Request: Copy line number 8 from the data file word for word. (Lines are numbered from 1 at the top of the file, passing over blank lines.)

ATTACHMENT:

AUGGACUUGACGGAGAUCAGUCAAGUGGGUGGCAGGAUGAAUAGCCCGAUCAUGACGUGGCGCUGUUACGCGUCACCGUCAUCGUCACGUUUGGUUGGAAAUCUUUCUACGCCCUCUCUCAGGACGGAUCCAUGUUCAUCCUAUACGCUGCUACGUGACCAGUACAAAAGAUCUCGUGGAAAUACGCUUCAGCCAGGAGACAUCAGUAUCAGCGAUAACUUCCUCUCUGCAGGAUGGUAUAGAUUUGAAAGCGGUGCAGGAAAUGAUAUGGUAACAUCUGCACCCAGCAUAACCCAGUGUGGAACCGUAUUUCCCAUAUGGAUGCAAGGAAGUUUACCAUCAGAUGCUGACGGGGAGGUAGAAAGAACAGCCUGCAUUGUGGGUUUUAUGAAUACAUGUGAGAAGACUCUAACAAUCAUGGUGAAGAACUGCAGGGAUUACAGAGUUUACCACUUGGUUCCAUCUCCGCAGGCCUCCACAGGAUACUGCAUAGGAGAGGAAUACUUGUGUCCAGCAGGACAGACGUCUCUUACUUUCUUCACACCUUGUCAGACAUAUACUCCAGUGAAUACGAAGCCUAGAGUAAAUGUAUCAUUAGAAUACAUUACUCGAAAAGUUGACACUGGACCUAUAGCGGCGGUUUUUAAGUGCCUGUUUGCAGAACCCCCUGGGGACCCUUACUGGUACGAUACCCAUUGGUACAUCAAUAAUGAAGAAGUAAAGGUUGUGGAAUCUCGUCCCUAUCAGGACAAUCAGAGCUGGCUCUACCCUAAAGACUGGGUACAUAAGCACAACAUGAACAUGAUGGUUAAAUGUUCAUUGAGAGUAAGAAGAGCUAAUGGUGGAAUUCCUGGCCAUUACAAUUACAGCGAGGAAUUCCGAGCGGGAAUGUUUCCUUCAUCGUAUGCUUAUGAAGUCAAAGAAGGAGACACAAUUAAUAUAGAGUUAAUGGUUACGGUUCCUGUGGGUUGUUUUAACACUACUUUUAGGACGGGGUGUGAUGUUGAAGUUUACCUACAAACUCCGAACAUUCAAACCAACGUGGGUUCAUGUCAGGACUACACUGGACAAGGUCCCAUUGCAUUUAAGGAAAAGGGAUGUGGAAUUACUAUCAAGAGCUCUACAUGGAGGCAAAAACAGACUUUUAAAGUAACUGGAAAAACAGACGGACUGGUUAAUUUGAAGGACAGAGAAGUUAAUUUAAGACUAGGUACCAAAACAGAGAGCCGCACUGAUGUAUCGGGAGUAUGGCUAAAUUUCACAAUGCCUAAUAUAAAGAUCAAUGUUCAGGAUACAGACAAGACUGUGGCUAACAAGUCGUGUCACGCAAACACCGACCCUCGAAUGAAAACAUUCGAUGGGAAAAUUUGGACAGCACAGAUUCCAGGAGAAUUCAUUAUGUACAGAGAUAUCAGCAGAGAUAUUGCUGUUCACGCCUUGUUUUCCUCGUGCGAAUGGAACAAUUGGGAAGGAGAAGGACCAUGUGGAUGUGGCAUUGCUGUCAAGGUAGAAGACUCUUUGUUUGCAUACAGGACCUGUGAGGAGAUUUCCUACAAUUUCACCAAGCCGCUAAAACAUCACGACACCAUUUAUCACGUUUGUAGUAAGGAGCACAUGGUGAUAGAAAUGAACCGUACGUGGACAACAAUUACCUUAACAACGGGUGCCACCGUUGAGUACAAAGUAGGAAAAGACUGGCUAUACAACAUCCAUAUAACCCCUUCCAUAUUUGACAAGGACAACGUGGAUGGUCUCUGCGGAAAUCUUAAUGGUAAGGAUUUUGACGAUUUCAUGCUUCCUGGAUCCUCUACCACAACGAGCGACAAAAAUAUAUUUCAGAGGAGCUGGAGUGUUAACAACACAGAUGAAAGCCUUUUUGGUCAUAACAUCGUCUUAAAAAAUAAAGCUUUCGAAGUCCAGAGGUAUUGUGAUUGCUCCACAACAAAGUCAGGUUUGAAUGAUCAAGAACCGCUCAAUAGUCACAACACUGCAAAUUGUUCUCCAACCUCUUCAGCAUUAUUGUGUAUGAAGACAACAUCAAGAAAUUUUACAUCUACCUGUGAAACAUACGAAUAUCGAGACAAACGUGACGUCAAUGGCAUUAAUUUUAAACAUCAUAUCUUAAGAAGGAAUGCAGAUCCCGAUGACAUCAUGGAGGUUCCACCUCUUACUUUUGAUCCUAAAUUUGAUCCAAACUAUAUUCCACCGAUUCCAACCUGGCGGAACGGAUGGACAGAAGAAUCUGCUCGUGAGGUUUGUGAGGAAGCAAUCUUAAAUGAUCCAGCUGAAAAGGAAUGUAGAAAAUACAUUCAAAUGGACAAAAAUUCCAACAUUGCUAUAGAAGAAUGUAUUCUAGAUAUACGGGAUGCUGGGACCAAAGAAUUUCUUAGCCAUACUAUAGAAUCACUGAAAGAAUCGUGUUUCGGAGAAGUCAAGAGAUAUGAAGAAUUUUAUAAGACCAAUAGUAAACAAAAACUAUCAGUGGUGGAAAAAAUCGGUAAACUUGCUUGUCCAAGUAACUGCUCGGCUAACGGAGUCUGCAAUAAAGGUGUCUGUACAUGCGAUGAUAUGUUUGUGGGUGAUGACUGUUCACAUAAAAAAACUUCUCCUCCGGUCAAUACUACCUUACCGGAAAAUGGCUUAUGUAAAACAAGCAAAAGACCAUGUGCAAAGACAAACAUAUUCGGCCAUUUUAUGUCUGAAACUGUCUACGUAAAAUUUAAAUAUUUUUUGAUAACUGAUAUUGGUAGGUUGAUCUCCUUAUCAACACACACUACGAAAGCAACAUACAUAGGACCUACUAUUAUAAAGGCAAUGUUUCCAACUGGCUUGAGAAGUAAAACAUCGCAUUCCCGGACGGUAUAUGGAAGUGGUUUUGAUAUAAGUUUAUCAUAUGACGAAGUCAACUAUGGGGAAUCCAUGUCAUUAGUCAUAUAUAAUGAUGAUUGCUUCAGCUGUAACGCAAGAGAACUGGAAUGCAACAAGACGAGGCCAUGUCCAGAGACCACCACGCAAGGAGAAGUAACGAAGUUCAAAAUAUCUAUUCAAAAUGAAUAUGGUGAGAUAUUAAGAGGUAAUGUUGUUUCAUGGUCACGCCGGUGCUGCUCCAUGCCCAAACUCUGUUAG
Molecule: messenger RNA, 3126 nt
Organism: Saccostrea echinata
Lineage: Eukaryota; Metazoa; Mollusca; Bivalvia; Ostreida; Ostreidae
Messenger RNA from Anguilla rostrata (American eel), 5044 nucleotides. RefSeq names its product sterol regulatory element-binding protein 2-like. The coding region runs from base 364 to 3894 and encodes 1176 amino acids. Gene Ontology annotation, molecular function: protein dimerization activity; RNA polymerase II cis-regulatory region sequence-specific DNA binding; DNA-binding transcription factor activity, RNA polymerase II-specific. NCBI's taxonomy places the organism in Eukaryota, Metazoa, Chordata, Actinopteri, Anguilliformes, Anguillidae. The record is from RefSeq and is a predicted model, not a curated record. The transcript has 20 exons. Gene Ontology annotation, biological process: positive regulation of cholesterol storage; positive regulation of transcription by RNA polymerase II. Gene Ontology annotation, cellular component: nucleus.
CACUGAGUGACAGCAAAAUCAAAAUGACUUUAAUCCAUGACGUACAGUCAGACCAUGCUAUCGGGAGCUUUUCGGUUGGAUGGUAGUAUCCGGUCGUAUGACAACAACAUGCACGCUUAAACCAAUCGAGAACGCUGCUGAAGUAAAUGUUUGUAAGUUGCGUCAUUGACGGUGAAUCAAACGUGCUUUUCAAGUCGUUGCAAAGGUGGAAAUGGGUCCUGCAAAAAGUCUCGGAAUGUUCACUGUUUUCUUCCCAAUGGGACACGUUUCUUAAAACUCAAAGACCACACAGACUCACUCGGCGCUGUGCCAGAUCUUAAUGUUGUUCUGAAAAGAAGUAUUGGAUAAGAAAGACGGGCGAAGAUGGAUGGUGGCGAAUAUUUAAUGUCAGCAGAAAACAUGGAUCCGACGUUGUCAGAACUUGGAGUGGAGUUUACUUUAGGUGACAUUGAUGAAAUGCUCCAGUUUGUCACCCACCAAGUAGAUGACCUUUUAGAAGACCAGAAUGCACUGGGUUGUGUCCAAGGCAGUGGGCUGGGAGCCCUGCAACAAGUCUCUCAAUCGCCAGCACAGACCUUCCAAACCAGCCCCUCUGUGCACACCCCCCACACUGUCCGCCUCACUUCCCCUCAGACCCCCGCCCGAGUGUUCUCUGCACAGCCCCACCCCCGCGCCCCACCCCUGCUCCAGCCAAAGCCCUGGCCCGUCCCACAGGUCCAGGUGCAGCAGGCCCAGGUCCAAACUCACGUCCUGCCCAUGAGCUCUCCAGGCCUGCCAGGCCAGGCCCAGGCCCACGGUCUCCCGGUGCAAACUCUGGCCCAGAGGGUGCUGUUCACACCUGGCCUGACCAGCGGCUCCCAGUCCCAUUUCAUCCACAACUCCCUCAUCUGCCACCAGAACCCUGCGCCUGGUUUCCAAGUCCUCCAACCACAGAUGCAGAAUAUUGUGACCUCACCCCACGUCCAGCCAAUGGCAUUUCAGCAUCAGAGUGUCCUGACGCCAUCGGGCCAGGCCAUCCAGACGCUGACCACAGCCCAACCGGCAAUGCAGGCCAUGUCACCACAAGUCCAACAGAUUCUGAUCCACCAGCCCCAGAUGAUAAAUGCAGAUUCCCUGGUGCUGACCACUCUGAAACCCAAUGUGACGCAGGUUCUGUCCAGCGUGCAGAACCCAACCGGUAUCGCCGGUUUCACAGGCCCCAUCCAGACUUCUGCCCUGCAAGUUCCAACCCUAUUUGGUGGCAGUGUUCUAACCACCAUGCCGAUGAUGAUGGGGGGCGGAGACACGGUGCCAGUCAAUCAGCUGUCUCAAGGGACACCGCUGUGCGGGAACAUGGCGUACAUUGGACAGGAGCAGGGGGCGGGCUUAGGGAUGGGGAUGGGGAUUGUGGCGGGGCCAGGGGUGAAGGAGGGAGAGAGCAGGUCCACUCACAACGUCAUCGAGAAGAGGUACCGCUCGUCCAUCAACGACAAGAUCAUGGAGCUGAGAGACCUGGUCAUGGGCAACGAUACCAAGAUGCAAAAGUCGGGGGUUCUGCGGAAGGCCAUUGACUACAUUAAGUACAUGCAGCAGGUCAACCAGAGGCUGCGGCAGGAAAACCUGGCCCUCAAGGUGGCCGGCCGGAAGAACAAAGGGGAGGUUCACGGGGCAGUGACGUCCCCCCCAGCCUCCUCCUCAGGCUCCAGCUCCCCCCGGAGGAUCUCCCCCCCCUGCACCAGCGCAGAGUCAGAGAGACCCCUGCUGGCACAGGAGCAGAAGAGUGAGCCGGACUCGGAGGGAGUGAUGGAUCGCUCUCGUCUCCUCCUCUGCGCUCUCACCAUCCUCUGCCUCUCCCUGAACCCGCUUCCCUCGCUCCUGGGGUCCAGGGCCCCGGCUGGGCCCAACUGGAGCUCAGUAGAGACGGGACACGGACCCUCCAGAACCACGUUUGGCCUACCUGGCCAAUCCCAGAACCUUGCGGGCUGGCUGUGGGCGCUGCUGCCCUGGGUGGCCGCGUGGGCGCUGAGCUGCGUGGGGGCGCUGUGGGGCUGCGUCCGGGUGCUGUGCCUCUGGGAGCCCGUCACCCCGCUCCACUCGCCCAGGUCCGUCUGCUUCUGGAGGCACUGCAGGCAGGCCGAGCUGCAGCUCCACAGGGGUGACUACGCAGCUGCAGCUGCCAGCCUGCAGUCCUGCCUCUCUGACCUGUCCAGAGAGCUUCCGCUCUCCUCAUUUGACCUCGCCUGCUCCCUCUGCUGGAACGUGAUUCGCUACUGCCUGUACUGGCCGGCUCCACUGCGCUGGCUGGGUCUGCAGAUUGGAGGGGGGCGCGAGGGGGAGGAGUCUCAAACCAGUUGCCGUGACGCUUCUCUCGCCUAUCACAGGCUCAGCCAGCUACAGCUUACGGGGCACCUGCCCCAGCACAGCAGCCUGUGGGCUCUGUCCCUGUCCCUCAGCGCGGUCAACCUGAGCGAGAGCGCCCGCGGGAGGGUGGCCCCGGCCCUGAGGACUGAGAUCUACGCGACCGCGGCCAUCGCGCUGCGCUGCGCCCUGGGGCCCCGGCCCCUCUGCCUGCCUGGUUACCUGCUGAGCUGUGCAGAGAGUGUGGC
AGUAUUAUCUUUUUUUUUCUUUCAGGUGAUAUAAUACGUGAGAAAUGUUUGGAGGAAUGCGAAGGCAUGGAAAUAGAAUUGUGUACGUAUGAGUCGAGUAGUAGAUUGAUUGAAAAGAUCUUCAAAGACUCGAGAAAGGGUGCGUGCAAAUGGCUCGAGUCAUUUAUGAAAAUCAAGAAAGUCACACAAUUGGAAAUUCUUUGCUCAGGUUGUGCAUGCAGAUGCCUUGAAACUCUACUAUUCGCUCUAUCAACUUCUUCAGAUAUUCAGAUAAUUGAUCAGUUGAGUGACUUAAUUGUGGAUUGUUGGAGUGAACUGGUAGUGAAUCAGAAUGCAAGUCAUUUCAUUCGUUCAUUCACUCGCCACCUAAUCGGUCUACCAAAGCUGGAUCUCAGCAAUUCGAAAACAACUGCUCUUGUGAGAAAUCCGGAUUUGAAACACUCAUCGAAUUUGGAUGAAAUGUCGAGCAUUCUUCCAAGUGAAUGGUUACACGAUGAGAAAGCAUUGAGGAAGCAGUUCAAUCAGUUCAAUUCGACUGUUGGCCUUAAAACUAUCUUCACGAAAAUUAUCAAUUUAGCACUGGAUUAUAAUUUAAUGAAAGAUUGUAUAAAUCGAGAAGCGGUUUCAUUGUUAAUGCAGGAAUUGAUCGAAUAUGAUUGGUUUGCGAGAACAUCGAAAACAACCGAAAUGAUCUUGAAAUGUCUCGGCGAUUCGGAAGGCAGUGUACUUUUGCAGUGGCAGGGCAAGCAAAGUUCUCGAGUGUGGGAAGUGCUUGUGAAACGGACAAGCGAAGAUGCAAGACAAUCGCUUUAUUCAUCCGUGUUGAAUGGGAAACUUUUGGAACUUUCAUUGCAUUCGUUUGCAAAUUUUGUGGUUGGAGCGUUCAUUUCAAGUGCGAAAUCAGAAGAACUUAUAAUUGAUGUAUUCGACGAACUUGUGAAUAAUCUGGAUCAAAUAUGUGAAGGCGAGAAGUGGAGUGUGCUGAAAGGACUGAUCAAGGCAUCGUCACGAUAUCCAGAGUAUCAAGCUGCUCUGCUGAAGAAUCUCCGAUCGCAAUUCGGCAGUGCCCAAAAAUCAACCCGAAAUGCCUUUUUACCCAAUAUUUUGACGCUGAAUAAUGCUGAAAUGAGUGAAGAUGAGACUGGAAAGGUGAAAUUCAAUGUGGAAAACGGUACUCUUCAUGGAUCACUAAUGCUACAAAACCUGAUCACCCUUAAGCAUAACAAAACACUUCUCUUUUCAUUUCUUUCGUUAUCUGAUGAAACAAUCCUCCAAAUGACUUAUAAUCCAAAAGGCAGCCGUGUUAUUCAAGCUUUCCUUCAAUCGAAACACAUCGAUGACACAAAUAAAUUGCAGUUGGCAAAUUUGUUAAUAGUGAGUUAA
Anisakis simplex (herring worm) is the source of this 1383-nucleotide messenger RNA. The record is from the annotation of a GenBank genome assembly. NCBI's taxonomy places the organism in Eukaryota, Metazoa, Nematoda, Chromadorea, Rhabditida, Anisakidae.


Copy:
Anisakis simplex (herring worm) is the source of this 1383-nucleotide messenger RNA. The record is from the annotation of a GenBank genome assembly. NCBI's taxonomy places the organism in Eukaryota, Metazoa, Nematoda, Chromadorea, Rhabditida, Anisakidae.